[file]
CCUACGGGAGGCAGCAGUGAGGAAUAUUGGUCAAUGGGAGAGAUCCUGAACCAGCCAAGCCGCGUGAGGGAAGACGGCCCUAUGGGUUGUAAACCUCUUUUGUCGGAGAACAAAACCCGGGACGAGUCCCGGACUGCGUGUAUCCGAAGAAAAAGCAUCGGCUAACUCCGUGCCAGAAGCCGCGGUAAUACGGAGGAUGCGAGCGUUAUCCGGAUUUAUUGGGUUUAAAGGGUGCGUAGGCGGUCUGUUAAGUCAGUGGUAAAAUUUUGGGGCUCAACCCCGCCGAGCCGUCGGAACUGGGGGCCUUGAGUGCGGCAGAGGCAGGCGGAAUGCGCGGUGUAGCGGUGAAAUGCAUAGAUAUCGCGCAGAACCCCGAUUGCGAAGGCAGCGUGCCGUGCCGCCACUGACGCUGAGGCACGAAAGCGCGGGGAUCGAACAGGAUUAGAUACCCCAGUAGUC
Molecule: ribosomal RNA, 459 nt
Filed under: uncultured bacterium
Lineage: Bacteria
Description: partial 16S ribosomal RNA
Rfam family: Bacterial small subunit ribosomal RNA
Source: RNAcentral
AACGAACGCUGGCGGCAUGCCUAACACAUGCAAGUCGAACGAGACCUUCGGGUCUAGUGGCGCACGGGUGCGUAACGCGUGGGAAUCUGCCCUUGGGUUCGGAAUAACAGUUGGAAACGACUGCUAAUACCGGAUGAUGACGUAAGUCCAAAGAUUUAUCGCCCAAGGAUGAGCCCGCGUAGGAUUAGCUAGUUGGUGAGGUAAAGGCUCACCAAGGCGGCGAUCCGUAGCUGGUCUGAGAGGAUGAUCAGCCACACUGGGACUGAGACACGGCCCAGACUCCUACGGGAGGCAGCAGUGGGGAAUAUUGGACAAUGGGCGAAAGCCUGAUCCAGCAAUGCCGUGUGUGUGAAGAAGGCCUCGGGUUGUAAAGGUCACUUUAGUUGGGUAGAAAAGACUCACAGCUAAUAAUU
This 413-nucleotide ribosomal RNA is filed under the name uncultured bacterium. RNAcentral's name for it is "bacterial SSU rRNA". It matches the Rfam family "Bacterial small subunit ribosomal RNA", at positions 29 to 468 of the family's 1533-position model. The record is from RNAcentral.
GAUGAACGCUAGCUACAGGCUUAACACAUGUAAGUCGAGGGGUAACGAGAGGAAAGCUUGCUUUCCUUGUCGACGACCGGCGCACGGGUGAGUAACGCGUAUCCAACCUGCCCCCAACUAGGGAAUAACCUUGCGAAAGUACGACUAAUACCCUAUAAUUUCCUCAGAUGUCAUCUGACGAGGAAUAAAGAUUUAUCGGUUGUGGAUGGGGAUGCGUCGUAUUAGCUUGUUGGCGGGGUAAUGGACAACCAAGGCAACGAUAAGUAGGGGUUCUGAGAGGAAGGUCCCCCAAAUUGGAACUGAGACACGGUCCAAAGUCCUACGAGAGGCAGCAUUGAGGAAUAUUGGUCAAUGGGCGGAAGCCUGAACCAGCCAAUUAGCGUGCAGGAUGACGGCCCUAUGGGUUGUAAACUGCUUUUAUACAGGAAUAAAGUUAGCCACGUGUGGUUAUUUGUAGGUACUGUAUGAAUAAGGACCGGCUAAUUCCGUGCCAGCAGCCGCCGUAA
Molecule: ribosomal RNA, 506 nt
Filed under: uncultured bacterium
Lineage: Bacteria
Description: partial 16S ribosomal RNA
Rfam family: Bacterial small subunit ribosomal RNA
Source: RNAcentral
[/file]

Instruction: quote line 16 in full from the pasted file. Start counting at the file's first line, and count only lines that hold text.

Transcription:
Source: RNAcentral